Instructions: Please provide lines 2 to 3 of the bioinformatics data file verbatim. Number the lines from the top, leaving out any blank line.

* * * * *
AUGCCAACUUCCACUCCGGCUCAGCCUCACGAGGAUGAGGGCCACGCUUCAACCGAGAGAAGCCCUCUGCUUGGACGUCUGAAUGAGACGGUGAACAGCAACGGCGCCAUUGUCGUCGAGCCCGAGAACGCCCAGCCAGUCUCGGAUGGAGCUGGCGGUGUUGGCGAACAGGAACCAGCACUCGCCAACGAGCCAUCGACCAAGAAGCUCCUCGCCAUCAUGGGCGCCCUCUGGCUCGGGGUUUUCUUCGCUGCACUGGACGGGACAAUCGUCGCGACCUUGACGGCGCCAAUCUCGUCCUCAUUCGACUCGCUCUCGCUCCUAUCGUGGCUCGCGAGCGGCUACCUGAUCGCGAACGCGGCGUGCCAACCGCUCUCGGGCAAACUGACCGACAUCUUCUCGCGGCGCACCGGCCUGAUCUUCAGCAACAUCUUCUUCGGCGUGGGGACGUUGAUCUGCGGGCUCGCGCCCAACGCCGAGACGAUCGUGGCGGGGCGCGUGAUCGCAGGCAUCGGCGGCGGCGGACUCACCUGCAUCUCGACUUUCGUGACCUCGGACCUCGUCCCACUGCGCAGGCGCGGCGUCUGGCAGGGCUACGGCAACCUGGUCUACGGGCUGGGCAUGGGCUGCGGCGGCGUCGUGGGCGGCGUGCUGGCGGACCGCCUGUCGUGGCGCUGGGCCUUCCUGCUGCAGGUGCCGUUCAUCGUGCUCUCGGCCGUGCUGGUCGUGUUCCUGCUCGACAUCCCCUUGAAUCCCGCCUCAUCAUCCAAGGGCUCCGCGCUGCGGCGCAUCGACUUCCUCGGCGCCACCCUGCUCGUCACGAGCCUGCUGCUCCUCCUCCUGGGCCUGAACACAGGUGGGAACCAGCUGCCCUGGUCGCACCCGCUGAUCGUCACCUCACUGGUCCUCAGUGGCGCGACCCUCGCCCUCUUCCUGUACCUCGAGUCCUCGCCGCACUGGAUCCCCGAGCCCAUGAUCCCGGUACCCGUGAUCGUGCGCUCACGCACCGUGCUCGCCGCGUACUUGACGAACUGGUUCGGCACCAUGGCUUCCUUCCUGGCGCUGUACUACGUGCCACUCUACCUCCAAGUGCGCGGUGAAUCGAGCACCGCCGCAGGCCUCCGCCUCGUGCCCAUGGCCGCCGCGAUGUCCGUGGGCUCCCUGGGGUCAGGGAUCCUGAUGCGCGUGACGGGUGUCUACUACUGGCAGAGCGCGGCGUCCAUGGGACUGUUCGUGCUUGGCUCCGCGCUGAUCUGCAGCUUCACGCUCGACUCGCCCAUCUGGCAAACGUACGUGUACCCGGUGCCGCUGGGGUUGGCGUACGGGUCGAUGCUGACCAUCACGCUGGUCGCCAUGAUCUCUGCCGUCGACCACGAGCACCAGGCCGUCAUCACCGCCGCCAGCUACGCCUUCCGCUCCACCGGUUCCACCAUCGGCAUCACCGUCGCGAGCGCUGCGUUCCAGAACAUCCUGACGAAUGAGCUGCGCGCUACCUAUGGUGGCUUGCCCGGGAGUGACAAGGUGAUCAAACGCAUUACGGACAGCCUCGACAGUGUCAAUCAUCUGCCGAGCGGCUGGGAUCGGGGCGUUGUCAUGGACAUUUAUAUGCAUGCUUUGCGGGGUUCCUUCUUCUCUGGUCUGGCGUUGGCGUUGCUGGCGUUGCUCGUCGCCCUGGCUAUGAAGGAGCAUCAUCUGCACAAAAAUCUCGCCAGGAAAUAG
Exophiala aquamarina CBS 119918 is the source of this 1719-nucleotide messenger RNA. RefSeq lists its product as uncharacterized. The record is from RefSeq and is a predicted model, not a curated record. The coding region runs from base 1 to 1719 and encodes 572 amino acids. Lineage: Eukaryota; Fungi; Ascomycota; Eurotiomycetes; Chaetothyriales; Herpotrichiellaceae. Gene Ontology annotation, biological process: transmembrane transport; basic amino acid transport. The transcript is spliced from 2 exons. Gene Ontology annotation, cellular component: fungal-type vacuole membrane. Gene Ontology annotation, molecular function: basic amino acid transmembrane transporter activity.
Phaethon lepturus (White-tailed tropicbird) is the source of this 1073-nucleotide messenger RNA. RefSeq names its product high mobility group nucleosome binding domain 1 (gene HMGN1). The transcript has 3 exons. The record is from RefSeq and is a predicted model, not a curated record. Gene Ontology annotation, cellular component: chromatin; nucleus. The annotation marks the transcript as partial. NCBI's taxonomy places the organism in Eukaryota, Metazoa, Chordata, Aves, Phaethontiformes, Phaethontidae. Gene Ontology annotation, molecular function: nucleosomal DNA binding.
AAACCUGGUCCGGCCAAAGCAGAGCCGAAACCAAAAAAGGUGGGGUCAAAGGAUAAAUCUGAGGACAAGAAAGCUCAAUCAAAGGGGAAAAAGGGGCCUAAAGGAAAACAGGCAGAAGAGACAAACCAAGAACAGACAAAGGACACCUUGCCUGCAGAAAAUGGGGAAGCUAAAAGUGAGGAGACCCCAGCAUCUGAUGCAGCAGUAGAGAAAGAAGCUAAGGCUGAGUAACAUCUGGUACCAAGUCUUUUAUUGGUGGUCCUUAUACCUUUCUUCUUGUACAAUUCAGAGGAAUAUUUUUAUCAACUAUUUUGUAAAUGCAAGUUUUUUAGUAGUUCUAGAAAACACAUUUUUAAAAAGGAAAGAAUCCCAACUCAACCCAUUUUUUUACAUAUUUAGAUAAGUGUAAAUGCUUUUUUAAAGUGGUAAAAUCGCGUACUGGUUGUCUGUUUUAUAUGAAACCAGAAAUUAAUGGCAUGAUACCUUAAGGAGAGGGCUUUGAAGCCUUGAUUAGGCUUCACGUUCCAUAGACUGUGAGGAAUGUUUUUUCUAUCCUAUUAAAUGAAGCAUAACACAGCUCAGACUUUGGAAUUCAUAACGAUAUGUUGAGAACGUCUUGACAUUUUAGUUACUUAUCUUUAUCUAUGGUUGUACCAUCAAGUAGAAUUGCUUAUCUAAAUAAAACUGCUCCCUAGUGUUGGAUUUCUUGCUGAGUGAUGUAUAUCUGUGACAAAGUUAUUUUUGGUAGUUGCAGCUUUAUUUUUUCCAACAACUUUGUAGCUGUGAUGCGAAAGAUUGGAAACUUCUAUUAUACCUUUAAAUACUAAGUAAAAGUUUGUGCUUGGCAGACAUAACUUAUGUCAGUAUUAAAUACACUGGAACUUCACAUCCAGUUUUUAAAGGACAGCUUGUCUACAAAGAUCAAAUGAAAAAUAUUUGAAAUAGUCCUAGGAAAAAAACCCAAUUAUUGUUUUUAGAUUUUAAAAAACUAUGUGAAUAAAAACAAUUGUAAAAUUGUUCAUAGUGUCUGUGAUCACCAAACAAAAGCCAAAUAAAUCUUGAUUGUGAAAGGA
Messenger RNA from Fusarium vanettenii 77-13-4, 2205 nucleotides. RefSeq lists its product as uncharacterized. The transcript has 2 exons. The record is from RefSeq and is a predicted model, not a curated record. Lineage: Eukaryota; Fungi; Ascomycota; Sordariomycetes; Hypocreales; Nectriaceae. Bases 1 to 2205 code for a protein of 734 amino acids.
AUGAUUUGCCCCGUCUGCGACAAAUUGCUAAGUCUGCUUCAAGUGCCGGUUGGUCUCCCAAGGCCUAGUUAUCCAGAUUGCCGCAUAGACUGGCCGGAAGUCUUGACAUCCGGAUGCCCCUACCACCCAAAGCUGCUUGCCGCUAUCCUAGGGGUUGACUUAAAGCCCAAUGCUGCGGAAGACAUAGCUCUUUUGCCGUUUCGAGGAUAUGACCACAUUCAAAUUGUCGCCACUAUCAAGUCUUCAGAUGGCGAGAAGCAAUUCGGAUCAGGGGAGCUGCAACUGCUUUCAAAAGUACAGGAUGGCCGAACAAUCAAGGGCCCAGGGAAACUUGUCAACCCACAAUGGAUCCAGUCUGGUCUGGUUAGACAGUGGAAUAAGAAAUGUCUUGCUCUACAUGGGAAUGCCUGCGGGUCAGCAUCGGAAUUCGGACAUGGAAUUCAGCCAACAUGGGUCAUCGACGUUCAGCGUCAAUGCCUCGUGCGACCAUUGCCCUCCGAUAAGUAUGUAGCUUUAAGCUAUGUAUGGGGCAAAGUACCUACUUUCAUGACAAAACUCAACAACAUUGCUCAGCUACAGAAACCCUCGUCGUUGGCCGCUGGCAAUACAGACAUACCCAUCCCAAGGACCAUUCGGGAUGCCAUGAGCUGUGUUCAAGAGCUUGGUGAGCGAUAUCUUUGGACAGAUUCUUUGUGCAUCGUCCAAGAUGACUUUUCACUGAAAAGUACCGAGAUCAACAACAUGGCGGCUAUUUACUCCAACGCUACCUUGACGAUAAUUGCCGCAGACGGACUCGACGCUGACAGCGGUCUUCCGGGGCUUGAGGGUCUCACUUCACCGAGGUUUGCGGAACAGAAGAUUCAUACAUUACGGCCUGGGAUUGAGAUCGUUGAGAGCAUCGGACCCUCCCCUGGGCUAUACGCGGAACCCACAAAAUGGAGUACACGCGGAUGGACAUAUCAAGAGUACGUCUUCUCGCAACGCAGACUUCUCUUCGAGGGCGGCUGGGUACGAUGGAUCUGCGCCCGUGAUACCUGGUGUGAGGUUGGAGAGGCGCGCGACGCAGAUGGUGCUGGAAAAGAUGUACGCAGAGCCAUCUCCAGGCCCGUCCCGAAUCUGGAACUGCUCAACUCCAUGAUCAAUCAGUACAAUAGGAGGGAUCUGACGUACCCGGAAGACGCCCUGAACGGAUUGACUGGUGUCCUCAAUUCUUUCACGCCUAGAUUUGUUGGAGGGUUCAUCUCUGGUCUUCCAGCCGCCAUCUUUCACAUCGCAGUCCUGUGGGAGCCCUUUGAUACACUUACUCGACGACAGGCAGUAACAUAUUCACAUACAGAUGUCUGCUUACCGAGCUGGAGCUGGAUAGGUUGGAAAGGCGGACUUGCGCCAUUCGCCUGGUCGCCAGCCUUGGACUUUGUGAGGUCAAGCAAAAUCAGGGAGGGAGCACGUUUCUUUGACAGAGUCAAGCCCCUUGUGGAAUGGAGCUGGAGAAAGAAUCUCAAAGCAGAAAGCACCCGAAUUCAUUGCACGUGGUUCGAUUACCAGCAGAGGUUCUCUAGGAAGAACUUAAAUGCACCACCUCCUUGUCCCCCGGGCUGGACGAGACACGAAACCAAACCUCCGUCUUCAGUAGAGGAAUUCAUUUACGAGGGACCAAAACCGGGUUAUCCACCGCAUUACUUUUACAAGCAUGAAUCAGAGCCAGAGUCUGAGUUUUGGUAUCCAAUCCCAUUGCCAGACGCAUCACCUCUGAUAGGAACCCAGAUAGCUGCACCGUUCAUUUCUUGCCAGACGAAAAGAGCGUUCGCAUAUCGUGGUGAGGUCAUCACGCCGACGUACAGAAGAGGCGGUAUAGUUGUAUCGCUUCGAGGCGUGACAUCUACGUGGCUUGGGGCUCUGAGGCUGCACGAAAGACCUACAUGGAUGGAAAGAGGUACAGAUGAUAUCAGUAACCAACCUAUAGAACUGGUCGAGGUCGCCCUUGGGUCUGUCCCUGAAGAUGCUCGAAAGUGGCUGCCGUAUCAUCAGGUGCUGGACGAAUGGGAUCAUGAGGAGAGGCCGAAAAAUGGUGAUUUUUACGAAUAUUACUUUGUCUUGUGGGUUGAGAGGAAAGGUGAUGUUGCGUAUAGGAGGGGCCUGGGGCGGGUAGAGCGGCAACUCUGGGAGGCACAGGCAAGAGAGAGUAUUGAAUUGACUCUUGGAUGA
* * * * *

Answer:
Exophiala aquamarina CBS 119918 is the source of this 1719-nucleotide messenger RNA. RefSeq lists its product as uncharacterized. The record is from RefSeq and is a predicted model, not a curated record. The coding region runs from base 1 to 1719 and encodes 572 amino acids. Lineage: Eukaryota; Fungi; Ascomycota; Eurotiomycetes; Chaetothyriales; Herpotrichiellaceae. Gene Ontology annotation, biological process: transmembrane transport; basic amino acid transport. The transcript is spliced from 2 exons. Gene Ontology annotation, cellular component: fungal-type vacuole membrane. Gene Ontology annotation, molecular function: basic amino acid transmembrane transporter activity.
Phaethon lepturus (White-tailed tropicbird) is the source of this 1073-nucleotide messenger RNA. RefSeq names its product high mobility group nucleosome binding domain 1 (gene HMGN1). The transcript has 3 exons. The record is from RefSeq and is a predicted model, not a curated record. Gene Ontology annotation, cellular component: chromatin; nucleus. The annotation marks the transcript as partial. NCBI's taxonomy places the organism in Eukaryota, Metazoa, Chordata, Aves, Phaethontiformes, Phaethontidae. Gene Ontology annotation, molecular function: nucleosomal DNA binding.